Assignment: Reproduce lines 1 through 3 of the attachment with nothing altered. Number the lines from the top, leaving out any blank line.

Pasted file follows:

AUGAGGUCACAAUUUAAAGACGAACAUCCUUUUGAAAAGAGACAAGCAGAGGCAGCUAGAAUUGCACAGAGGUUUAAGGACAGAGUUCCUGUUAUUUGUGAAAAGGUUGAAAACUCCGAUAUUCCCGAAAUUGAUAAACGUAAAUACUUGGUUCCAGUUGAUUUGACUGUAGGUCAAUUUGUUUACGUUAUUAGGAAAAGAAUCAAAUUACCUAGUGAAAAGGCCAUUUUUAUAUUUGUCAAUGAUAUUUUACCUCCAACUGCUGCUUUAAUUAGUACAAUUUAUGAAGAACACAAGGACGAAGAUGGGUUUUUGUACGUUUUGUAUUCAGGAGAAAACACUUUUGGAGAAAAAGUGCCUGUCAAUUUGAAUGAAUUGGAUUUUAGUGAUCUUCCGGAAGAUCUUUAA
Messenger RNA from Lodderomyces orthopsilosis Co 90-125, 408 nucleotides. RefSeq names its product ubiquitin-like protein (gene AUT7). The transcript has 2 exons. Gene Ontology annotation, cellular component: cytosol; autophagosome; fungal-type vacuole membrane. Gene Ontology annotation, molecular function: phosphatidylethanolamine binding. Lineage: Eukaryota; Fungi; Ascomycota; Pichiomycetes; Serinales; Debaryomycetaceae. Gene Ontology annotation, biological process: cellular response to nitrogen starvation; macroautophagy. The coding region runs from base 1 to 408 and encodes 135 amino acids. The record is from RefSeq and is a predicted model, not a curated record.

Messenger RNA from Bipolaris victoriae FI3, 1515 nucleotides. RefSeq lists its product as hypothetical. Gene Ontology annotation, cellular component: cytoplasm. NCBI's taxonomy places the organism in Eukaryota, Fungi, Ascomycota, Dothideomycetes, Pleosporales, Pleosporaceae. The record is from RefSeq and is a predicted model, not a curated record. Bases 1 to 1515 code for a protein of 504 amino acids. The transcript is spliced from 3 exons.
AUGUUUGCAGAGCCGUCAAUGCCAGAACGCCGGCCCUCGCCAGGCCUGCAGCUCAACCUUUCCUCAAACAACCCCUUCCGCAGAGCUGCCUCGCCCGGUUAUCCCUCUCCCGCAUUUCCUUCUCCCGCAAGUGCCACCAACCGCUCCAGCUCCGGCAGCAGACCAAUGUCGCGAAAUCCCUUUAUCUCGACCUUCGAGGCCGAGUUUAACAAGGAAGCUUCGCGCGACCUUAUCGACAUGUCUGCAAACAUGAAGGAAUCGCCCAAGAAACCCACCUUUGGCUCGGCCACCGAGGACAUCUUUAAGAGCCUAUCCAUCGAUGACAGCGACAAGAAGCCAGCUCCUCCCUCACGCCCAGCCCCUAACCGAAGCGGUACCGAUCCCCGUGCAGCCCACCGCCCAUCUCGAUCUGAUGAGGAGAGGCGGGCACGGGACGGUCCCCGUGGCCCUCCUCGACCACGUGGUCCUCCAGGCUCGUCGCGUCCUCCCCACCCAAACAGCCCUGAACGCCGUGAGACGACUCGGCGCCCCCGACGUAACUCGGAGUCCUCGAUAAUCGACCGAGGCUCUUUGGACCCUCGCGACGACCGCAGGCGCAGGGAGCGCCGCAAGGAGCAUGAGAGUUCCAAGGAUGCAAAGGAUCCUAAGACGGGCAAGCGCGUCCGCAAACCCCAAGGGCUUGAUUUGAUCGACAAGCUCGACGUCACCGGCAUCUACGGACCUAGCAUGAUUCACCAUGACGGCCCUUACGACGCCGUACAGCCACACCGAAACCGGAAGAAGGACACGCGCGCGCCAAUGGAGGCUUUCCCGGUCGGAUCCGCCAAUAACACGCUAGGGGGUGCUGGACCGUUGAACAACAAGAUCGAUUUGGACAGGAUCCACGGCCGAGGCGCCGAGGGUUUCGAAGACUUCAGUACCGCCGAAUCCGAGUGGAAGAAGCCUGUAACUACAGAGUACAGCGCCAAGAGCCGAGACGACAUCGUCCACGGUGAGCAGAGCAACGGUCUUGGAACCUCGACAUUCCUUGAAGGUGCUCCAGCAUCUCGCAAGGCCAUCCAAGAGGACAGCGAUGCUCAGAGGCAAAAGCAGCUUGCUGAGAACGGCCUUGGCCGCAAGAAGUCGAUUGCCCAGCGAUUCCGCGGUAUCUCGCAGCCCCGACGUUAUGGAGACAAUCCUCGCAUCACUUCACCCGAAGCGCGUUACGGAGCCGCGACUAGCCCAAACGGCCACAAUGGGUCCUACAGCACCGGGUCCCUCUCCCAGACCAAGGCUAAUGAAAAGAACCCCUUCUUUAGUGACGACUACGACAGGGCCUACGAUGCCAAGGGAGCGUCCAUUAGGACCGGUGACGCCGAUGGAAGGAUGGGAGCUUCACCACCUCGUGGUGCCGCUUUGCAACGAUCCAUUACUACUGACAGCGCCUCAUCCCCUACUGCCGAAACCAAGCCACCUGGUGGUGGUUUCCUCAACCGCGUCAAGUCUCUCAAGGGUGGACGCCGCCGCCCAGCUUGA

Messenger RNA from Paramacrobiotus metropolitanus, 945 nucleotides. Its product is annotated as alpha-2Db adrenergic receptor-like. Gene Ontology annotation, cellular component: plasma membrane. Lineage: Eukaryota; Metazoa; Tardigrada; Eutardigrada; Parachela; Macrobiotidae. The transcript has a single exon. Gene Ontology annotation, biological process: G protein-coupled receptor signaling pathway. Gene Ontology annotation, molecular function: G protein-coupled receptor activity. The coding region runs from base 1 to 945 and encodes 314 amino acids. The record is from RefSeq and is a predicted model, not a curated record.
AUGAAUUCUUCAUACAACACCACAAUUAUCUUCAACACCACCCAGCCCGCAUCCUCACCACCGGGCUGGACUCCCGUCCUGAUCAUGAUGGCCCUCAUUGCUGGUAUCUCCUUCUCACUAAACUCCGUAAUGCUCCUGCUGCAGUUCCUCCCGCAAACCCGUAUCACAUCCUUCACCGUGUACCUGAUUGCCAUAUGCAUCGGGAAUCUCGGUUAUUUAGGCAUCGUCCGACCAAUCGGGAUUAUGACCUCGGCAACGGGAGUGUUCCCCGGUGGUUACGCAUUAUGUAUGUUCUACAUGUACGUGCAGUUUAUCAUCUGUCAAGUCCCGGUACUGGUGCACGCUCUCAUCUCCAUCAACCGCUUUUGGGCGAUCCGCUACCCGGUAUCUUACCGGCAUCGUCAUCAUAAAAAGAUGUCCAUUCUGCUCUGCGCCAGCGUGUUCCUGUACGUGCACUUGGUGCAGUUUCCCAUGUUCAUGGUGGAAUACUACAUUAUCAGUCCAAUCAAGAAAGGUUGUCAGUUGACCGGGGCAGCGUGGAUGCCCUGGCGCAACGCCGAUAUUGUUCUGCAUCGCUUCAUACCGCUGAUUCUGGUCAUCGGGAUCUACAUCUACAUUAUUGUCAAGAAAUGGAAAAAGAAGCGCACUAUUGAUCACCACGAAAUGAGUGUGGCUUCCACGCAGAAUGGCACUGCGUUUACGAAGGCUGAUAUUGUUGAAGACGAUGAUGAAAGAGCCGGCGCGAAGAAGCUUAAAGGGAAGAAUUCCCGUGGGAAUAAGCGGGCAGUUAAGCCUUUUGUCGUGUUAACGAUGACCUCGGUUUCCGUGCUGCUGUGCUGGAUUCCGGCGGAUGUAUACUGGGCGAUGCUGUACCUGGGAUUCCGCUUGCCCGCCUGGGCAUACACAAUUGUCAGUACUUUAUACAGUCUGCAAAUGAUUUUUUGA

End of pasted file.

AUGAGGUCACAAUUUAAAGACGAACAUCCUUUUGAAAAGAGACAAGCAGAGGCAGCUAGAAUUGCACAGAGGUUUAAGGACAGAGUUCCUGUUAUUUGUGAAAAGGUUGAAAACUCCGAUAUUCCCGAAAUUGAUAAACGUAAAUACUUGGUUCCAGUUGAUUUGACUGUAGGUCAAUUUGUUUACGUUAUUAGGAAAAGAAUCAAAUUACCUAGUGAAAAGGCCAUUUUUAUAUUUGUCAAUGAUAUUUUACCUCCAACUGCUGCUUUAAUUAGUACAAUUUAUGAAGAACACAAGGACGAAGAUGGGUUUUUGUACGUUUUGUAUUCAGGAGAAAACACUUUUGGAGAAAAAGUGCCUGUCAAUUUGAAUGAAUUGGAUUUUAGUGAUCUUCCGGAAGAUCUUUAA
Messenger RNA from Lodderomyces orthopsilosis Co 90-125, 408 nucleotides. RefSeq names its product ubiquitin-like protein (gene AUT7). The transcript has 2 exons. Gene Ontology annotation, cellular component: cytosol; autophagosome; fungal-type vacuole membrane. Gene Ontology annotation, molecular function: phosphatidylethanolamine binding. Lineage: Eukaryota; Fungi; Ascomycota; Pichiomycetes; Serinales; Debaryomycetaceae. Gene Ontology annotation, biological process: cellular response to nitrogen starvation; macroautophagy. The coding region runs from base 1 to 408 and encodes 135 amino acids. The record is from RefSeq and is a predicted model, not a curated record.

Messenger RNA from Bipolaris victoriae FI3, 1515 nucleotides. RefSeq lists its product as hypothetical. Gene Ontology annotation, cellular component: cytoplasm. NCBI's taxonomy places the organism in Eukaryota, Fungi, Ascomycota, Dothideomycetes, Pleosporales, Pleosporaceae. The record is from RefSeq and is a predicted model, not a curated record. Bases 1 to 1515 code for a protein of 504 amino acids. The transcript is spliced from 3 exons.